In the context of making an informed decision whether to have an abortion, the Supreme Court has held that "the State may not impose a blanket provision, ..., requiring the consent of a parent or person in loco parentis as a condition for abortion of an unmarried minor during the first 12 weeks of her pregnancy." Id. at 74, 96 S. Ct. at 2843. The Constitution prohibits such a law because "the State does not have the constitutional authority to give a third party an absolute, and possibly arbitrary, veto over the decision of the physician and his patient to terminate the patient's pregnancy, regardless of the reason for withholding the consent." Id.

In Bellotti v. Baird, 443 U.S. 622, 99 S. Ct. 3035, 61 L. Ed. 2d 797 (1979) (Bellotti II), the Supreme Court concluded that the Constitution would permit a state to require a pregnant minor to obtain parental consent before an abortion is performed, if the state provided a procedure whereby the minor could establish that she was mature enough to make the decision on her own or that it would be in her best interests to have the abortion. Id. at 643-44, 99 S. Ct. at 3048. The Supreme Court reaffirmed that position six months ago in Akron v. Akron Center for Reproductive Health, Inc., ___ U.S. ___, ___, 103 S. Ct. 2481, 2496, 76 L. Ed. 2d 687 (U.S.1983).

Although the Supreme Court has not confronted the issue directly, it is clear that the rule applicable to parental consent laws also applies to parental notification laws.[6] As the Akron Court noted "[a] majority of the Court, however, has indicated that these state and parental interests [on which parental notice laws have been based] must give way to the constitutional right of a mature minor or of an immature minor whose best interests are contrary to parental involvement." ___ U.S. at ___ n. 10, 103 S. Ct. at 2491 n. 10. Albeit in dictum, the Akron Court concluded "the statute requires that the minor's parents be notified ..., a requirement that in the case of a mature minor seeking an abortion would be unconstitutional." Id. at ___, 103 S. Ct. at 2498 n. 31.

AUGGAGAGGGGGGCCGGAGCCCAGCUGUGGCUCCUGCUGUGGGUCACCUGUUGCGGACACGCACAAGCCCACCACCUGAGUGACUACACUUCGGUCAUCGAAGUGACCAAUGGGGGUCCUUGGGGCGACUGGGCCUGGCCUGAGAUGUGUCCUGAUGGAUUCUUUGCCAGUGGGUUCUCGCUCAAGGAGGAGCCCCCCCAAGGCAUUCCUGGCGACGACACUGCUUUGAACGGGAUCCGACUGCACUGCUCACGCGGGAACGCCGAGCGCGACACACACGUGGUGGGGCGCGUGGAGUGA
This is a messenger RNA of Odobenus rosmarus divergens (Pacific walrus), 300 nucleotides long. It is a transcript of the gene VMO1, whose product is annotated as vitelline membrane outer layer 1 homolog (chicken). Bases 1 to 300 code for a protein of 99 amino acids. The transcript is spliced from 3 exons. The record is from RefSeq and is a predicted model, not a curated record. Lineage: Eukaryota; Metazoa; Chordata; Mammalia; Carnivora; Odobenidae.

Although this lawsuit involves the decision to use contraceptives, not the decision to have an abortion, in determining the constitutionality of laws regulating access to contraceptives, "[a]n instructive analogy is found in the decisions after Roe v. Wade, ..., that held unconstitutional statutes that did not prohibit abortions outright but limited in a variety of ways a woman's access to them." Carey, 431 U.S. at 688, 97 S. Ct. at 2017 (citations omitted). The court acknowledges that a decision concerning the use of contraceptives is not fraught with the time limitations inherent in a decision concerning termination of a pregnancy through abortion. Nonetheless, "decisions whether to accomplish or to prevent conception are among the most private and sensitive." Id. at 685, 97 S. Ct. at 2016. Moreover, in contrast to the decision to marry,[7] a decision concerning the use of contraceptives is similar to the decision whether to have an abortion in that it cannot be delayed until the minor reaches the *1009 age of majority without posing the risk of serious harm to the minor. In Moe v. Dinkins, 533 F. Supp. 623 (S.D.N.Y.1981), aff'd, 669 F.2d 67 (2d Cir.) (per curiam), cert. denied, 459 U.S. 827, 103 S. Ct. 61, 74 L. Ed. 2d 64 (1982), the court distinguished the marriage decision from the abortion and contraception decisions on that basis. "Giving birth to an unwanted child involves an irretrievable change in position for a minor as well as for an adult, whereas the temporary denial of the right to marry does not." Id. at 630.

The undisputed evidence in this case confirms that whether to bear or to beget a child, not whether to be sexually active, is at the heart of the decision to use contraceptives. The facts demonstrate that minors seek contraceptives after becoming sexually active, not before. The facts also demonstrate that a significant percentage of sexually active minors would not cease their sexual activity if access to contraceptives is conditioned on parental notification. Instead, those minors would terminate their use of contraceptives. Thus, the effect of implementing H.B. 343 would not be to postpone a decision concerning whether to become sexually active until majority or to involve parents in their children's decision making on that matter.[8] Instead, the facts in the record demonstrate that implementing H.B. 343 would expose sexually active minors to the health risks of early pregnancy and venereal disease. The argument that those risks can be avoided if the minors abstain from sexual activity is without merit because "[i]t would be plainly unreasonable to assume that [the state] has prescribed pregnancy and the birth of an unwanted child as punishment for fornication...." Eisenstadt, 405 U.S. at 448, 92 S. Ct. at 1035.

In summary, the decision whether to use contraceptives is as intimate and personal as, and involves risks to the individual which are comparable to those raised by the decision whether to have an abortion. The court, therefore, is persuaded that the statements in Akron and H.L. concerning the constitutionality of parental notification laws in the abortion context support the conclusion that the state may not impose a blanket parental notification requirement on minors seeking to exercise their constitutionally protected right to decide whether to bear or to beget a child by using contraceptives.